ability to interest others is the current of a legal career. It is the bishopric of coin of the realm of society. Reticence the profession. Of old, it was rarely deis the only unpardonable sin.
clined by any lawyer, however eminent At some time or other in the profes- he might be.
he might be. It is so in England tosional life of every lawyer of pronounc- day. But within the past century the ed ability he is sure to be beset by one or Bench has fallen much in the popular esboth of two temptations: (1) Politics; timation of the bar, not more by reason (2) The Bench. Both are to be respect- of the elective system, short terms and ed-neither to be flouted or treated light small salaries, than by legislation dely. In the early years of professional signed ostensibly for the protection of life politics should be avoided so far, and constitutional rights, but really to put the only so far, as the discharge of one's trial of cases entirely in the hands of duty as a good citizen will admit of it. counsel and the jury, to strip the judge Small offices especially are the bane of of his proper magisterial functions, and the young lawyer's life. There are a reduce him to a mere presiding officer. few in the line of the profession which The result is deplorable. The judges, may well be treated as exceptions-such owing their election to the members of as prosecuting attorney, or city council- the bar, become merely their mouthpiece, or, which are perfectly legitimate prizes, admit everything in the way of evidence, and often bring the young lawyer into leave it all to the jury, and charge only notice. Later in life, after a professional the written requests preferred by counreputation has been acquired, it often be- sel. Technicalities are raised to a scicomes difficult to resist a temptation to ence, time is wasted, expenses enormous enter public life. It is a serious question ly increased, the jury befogged, and a which everyone must answer for himself defendant with money to fight with, -always bearing in mind that it involves finds it an irresistible weapon, and goes a temporary, if not a permanent, with- unwhipped of justice; all this, too, withdrawal from practice, and (such is the out the slightest imputation upon the ingratitude of republics) that the quad- integrity of the court. It is in these rennial "ides of March" may relegate trials that the vagaries of the “unwritone to private life, without position ten law" are thrust forward to stifle the abroad, and with a crippled practice at conscience, and stampede the sympathies home. Any change of administration of the jury. involves fearful possibilities of this kind. While the Bench is the natural object Many young men are naturally fond of of a lawyer's ambition, it is becoming public affairs, and never feel so con- increasingly difficult to obtain the leadtented as when involved in a political ing men of the bar for judgeships, and fray-to others it is exceedingly dis- in many states they represent scarcely tasteful. To one the glamor of office more than the average talent of the prois a powerful incentive-to another the fession, when they should stand only for greater emoluments of private practice the best. There is another difficulty in are a superior attraction. I have ob- the fact that different qualities are called served, however, that advice to eschew in play in the trial of cases, and in the politics is cheerfully acquiesced in-un- disposition of them. The prime object til the song of the siren is heard.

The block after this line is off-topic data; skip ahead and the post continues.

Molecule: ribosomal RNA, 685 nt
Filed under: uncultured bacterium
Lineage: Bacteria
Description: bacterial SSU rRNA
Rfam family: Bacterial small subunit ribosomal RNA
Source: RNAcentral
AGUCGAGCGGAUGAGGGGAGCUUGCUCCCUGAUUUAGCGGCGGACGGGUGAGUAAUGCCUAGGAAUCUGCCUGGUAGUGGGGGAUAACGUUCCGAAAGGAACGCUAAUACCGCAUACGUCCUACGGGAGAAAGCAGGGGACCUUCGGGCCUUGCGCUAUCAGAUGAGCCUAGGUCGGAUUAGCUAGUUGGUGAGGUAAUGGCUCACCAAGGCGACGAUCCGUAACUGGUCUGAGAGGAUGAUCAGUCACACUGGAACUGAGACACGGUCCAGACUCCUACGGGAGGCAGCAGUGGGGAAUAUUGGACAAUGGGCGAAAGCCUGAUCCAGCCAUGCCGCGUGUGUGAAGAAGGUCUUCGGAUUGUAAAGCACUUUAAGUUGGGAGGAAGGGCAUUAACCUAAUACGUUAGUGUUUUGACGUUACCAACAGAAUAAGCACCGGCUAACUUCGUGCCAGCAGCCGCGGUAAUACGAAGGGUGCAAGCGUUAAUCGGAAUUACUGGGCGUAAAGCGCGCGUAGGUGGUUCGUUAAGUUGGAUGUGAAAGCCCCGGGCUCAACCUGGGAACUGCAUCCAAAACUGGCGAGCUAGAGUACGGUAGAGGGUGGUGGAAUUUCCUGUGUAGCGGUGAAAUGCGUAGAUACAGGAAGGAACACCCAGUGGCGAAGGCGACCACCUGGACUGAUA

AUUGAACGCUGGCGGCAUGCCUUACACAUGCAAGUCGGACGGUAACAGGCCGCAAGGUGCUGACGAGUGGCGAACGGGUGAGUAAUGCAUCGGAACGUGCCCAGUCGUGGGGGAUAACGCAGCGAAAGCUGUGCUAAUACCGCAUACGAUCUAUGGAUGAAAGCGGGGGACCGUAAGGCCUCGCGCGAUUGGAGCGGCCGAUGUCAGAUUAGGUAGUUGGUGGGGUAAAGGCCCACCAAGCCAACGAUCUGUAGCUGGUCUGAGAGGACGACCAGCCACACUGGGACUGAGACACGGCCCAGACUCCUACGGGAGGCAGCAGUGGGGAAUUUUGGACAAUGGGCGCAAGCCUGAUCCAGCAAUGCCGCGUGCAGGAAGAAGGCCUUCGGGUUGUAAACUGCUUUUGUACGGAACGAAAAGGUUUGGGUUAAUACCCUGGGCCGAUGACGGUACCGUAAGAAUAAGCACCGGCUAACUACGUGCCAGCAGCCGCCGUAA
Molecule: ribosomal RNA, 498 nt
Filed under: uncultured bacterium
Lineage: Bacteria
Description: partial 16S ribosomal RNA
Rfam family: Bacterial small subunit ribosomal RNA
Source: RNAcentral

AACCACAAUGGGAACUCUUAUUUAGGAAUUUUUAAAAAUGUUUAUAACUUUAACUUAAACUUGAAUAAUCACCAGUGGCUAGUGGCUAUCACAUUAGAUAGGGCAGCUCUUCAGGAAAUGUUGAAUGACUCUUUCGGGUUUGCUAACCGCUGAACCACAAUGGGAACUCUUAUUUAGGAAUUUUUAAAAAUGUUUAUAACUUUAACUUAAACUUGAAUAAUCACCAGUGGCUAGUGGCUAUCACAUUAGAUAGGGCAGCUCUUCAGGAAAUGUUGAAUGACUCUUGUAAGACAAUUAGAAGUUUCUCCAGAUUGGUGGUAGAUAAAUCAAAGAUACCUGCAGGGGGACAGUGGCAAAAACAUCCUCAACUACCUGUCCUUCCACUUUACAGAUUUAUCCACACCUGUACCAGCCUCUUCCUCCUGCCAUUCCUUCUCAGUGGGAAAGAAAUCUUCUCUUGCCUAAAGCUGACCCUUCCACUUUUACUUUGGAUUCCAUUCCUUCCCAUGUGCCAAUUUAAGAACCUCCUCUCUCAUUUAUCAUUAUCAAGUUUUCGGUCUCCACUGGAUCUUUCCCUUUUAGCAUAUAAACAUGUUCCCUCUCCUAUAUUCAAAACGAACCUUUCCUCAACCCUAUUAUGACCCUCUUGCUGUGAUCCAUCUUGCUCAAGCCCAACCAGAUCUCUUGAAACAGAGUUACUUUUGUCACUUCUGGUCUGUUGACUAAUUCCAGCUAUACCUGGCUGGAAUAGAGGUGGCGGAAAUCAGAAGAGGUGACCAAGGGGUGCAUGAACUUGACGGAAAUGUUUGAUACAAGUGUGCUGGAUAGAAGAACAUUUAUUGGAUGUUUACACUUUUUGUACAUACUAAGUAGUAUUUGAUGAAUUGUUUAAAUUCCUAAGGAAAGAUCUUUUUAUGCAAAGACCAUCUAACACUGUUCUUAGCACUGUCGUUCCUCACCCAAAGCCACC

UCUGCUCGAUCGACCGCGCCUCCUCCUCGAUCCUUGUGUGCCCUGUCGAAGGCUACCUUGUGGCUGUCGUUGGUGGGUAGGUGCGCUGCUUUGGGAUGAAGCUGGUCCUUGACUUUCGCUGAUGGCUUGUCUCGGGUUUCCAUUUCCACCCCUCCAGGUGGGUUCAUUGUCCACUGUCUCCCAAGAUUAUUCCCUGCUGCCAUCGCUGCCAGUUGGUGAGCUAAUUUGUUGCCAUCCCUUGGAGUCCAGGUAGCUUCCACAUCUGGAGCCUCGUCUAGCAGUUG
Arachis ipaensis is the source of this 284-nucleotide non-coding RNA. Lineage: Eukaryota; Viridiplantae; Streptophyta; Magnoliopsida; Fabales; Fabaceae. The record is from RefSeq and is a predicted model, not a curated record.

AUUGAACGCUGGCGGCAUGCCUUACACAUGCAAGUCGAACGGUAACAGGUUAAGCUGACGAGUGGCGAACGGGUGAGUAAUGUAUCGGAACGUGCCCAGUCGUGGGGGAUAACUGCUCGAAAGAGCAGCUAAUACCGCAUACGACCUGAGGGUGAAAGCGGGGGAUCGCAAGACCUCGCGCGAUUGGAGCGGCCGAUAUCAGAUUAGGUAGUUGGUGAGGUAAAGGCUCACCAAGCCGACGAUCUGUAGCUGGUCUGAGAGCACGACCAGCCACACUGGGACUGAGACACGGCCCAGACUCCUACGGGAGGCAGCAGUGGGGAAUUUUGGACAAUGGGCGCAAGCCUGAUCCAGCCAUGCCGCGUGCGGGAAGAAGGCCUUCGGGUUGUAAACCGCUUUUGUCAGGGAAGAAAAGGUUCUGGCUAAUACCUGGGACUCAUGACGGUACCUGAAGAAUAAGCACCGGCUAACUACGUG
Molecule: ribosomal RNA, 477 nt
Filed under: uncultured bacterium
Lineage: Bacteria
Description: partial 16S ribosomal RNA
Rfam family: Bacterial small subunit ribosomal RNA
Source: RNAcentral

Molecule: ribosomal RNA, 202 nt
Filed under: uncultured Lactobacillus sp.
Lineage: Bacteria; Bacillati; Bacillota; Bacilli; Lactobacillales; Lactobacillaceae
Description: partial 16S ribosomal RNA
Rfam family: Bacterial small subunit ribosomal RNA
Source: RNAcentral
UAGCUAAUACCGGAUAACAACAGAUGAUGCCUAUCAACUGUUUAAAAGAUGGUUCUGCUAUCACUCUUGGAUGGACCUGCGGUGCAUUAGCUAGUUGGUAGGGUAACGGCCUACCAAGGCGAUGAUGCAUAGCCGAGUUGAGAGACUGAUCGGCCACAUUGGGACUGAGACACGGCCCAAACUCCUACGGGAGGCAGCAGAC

of the advocate is the success of his cliThe Bench is the natural culmination ent-of the judge, to hold exact the
scales of justice. Of one, earnestness and are not unwilling to encounter a and zeal are demanded-of the other, the temporary unpopularity for the ultimate calm, judicial temperament-of both, a appreciation of the profession. clear knowledge of the law. Hence it The real greatness of a lawyer is most frequently happens that an indifferent accurately measured by the opinion of lawyer makes an excellent judge, while his professional brethren. The esteem the leaders of the bar are sometimes un- of the public is often delusive, and persatisfactory upon the Bench. But not- ishes with the man himself. But the withstanding all this, the great demand great lawyers of history, the shining in this country is for independent, reso- lights of jurisprudence, are such as have lute and fearless magistrates, like the forged their own way to the front, and former Chief Justice Parsons of Massa- been raised to positions of eminence with chusetts, and Judge Emmons of De- the acclamation of their colleagues. troit, who fear not the wrath of counsel,
-From the Yale Shingle, 1909.